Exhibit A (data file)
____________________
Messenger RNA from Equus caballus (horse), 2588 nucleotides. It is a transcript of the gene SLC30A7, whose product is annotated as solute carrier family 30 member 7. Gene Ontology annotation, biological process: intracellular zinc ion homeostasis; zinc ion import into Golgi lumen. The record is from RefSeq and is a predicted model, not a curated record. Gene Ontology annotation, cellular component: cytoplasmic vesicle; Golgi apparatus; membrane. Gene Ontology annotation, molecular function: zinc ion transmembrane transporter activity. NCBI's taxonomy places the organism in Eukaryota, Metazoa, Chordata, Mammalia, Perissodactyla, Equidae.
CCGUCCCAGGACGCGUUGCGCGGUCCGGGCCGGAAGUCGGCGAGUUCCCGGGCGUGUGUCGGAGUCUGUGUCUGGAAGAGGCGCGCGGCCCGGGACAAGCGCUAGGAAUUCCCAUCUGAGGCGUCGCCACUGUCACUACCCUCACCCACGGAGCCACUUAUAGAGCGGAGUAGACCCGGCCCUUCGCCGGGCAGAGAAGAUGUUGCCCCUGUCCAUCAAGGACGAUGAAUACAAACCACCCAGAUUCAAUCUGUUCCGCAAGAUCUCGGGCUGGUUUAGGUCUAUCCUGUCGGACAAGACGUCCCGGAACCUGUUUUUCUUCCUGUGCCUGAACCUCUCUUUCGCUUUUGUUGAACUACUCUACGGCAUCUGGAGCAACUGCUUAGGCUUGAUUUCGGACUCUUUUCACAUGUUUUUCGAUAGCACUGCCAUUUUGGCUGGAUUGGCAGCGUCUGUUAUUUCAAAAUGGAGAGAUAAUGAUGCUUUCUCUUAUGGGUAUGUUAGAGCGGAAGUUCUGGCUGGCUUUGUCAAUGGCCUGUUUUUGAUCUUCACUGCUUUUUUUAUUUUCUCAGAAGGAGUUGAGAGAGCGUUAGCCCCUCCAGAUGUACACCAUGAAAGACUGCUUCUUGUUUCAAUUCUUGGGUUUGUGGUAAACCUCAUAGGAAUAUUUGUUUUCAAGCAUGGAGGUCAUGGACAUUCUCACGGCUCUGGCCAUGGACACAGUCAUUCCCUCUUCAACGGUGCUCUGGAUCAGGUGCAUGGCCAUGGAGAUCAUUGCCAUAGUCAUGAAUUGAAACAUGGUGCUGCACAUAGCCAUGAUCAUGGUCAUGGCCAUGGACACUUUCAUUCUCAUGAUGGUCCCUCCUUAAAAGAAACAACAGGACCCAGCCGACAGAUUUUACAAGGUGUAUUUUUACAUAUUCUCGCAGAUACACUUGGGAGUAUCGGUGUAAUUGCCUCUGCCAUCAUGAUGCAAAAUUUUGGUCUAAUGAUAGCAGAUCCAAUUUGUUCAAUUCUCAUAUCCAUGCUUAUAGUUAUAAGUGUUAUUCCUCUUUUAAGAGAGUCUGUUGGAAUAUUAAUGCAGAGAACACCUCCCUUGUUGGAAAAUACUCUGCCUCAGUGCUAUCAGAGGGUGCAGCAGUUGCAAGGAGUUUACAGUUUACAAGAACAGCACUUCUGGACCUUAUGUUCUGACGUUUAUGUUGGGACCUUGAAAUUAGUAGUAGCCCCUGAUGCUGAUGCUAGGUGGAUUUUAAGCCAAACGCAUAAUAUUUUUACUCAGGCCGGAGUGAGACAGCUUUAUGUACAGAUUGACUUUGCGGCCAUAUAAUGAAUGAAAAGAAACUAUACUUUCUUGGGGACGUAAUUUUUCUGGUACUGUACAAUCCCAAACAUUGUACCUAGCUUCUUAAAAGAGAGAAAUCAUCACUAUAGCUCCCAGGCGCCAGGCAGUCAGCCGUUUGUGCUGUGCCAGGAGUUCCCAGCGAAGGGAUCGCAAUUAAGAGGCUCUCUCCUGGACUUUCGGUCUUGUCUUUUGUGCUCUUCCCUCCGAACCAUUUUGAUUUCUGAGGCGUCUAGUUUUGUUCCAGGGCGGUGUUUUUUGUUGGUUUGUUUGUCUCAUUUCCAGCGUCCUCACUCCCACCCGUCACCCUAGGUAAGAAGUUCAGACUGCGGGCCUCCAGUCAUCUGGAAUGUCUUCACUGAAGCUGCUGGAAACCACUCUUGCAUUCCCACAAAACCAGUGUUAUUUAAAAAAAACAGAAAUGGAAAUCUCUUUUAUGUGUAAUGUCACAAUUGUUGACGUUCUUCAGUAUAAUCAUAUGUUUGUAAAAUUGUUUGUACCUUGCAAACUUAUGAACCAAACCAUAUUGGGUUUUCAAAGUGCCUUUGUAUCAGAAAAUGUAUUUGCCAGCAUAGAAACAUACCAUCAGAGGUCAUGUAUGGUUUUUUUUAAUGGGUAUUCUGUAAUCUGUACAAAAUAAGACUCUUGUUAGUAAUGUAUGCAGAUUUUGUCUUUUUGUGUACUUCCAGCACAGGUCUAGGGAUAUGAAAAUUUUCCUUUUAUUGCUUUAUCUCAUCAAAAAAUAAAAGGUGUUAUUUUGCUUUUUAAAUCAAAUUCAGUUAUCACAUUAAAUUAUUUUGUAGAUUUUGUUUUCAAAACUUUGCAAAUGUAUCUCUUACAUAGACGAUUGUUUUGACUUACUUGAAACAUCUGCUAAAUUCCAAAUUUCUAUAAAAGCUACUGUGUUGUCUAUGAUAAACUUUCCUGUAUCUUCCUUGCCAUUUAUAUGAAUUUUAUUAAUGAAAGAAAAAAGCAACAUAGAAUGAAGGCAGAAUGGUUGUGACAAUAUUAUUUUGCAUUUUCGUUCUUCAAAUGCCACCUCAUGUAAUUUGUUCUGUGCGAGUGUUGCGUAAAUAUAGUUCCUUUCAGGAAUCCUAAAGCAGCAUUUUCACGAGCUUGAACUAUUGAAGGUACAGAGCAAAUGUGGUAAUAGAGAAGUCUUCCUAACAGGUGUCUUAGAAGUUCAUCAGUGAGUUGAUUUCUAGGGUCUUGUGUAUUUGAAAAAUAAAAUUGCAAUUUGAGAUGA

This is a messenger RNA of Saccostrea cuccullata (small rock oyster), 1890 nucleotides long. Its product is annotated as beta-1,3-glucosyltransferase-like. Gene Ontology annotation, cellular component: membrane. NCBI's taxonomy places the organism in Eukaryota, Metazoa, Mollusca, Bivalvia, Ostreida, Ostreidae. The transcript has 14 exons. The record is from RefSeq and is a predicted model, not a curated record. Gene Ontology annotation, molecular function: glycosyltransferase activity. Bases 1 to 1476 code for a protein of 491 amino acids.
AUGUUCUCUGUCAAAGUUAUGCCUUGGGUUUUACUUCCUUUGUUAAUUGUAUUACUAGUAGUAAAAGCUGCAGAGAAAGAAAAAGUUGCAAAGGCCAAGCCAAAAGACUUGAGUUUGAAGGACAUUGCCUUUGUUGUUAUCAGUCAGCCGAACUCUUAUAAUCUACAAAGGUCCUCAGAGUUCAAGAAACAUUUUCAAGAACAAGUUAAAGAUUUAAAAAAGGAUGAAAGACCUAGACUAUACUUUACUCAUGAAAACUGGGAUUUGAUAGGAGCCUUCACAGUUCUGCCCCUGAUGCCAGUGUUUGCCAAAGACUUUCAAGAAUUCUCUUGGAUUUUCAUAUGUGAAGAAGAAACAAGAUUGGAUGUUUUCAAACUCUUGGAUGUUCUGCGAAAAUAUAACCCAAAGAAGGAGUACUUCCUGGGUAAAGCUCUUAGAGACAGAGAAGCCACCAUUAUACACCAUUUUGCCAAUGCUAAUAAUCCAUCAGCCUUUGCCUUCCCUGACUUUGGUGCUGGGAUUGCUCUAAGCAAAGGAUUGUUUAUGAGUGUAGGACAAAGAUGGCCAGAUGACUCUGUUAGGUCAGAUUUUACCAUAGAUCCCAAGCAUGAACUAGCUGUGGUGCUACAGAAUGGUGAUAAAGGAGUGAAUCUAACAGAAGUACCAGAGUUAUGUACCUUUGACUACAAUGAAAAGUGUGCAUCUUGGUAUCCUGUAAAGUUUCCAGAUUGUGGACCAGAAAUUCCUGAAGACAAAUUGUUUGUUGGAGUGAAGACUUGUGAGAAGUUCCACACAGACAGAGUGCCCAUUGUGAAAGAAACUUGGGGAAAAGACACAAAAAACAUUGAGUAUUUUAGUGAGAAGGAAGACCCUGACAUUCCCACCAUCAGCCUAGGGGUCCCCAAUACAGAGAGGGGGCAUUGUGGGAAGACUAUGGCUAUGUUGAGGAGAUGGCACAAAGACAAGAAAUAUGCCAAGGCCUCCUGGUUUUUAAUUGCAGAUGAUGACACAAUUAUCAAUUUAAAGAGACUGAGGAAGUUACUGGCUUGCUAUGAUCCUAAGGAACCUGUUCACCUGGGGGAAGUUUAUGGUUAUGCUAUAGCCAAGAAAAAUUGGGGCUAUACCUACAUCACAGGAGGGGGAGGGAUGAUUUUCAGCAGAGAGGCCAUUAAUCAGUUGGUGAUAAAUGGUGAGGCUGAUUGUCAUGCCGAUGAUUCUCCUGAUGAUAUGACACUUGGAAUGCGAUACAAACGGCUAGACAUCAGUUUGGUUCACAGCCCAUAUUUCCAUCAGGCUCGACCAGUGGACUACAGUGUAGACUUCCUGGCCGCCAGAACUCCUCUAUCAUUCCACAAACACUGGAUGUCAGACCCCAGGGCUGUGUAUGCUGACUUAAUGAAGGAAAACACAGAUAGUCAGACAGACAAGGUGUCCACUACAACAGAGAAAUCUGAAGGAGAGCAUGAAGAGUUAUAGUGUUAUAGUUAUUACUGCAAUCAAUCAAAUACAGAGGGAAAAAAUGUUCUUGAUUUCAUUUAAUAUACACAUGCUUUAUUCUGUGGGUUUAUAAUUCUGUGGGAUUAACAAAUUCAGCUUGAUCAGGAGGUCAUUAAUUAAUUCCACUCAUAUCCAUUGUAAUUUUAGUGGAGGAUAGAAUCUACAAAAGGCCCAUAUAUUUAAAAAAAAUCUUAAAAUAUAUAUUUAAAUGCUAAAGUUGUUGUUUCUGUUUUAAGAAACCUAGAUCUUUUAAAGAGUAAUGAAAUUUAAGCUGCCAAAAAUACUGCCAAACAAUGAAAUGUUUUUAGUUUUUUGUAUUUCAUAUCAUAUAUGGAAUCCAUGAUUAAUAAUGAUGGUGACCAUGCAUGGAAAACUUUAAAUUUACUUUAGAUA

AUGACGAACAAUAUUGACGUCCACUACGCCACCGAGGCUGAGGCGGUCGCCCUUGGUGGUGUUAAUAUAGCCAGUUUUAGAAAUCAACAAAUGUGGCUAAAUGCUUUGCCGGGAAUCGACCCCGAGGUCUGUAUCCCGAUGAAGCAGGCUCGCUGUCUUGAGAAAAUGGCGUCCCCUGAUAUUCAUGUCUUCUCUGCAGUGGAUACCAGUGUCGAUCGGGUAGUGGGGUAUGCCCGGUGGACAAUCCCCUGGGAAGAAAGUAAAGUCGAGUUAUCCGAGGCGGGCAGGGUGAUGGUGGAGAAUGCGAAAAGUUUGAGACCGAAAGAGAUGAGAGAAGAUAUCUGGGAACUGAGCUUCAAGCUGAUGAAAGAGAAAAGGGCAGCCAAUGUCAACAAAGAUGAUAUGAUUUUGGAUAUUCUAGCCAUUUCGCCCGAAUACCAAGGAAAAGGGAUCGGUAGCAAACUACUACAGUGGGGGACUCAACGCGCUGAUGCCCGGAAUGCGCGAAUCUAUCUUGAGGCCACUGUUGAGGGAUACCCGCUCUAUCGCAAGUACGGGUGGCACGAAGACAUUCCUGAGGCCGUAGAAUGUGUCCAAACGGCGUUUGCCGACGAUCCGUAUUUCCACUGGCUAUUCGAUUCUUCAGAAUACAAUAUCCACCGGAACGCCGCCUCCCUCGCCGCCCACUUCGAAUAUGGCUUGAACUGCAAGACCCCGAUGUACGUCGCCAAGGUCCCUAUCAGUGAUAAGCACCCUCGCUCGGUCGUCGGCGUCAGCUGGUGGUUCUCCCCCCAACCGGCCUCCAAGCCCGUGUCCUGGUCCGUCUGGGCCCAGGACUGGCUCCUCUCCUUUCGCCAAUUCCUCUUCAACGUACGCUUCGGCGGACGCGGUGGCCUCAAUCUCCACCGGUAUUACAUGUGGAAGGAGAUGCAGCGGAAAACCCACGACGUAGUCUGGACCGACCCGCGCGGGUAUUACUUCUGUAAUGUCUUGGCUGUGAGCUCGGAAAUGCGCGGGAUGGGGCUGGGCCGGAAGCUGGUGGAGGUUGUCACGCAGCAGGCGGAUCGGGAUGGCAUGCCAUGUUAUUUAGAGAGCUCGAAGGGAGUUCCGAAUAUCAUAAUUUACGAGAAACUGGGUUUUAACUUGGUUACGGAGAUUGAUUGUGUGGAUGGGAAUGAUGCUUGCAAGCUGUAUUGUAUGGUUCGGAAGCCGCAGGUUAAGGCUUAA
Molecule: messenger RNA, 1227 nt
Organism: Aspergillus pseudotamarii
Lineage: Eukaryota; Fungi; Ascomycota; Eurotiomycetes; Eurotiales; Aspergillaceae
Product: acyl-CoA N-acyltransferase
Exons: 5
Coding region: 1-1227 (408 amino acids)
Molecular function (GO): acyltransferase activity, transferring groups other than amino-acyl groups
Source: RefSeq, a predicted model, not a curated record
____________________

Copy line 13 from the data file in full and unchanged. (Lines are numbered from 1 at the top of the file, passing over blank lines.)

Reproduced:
Source: RefSeq, a predicted model, not a curated record